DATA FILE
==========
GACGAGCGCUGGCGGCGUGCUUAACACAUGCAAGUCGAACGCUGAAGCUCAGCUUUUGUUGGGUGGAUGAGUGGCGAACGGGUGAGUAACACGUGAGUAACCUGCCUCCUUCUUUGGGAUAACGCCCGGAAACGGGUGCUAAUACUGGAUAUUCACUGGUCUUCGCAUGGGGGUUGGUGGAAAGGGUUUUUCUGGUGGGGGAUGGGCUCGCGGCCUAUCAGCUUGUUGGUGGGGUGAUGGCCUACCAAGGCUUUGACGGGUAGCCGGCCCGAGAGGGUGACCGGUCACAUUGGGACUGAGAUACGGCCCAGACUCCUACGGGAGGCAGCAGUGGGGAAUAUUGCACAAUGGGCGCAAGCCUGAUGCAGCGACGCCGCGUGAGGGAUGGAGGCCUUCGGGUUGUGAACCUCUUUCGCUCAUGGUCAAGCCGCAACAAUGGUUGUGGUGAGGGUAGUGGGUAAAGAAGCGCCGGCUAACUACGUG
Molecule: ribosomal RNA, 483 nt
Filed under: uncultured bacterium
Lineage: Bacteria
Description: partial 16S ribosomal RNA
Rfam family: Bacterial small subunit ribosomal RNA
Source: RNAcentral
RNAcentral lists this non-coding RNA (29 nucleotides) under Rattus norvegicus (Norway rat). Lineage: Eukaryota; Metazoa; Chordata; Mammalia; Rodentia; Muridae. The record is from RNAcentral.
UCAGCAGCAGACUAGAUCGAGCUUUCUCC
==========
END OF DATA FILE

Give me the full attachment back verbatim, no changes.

GACGAGCGCUGGCGGCGUGCUUAACACAUGCAAGUCGAACGCUGAAGCUCAGCUUUUGUUGGGUGGAUGAGUGGCGAACGGGUGAGUAACACGUGAGUAACCUGCCUCCUUCUUUGGGAUAACGCCCGGAAACGGGUGCUAAUACUGGAUAUUCACUGGUCUUCGCAUGGGGGUUGGUGGAAAGGGUUUUUCUGGUGGGGGAUGGGCUCGCGGCCUAUCAGCUUGUUGGUGGGGUGAUGGCCUACCAAGGCUUUGACGGGUAGCCGGCCCGAGAGGGUGACCGGUCACAUUGGGACUGAGAUACGGCCCAGACUCCUACGGGAGGCAGCAGUGGGGAAUAUUGCACAAUGGGCGCAAGCCUGAUGCAGCGACGCCGCGUGAGGGAUGGAGGCCUUCGGGUUGUGAACCUCUUUCGCUCAUGGUCAAGCCGCAACAAUGGUUGUGGUGAGGGUAGUGGGUAAAGAAGCGCCGGCUAACUACGUG
Molecule: ribosomal RNA, 483 nt
Filed under: uncultured bacterium
Lineage: Bacteria
Description: partial 16S ribosomal RNA
Rfam family: Bacterial small subunit ribosomal RNA
Source: RNAcentral
RNAcentral lists this non-coding RNA (29 nucleotides) under Rattus norvegicus (Norway rat). Lineage: Eukaryota; Metazoa; Chordata; Mammalia; Rodentia; Muridae. The record is from RNAcentral.
UCAGCAGCAGACUAGAUCGAGCUUUCUCC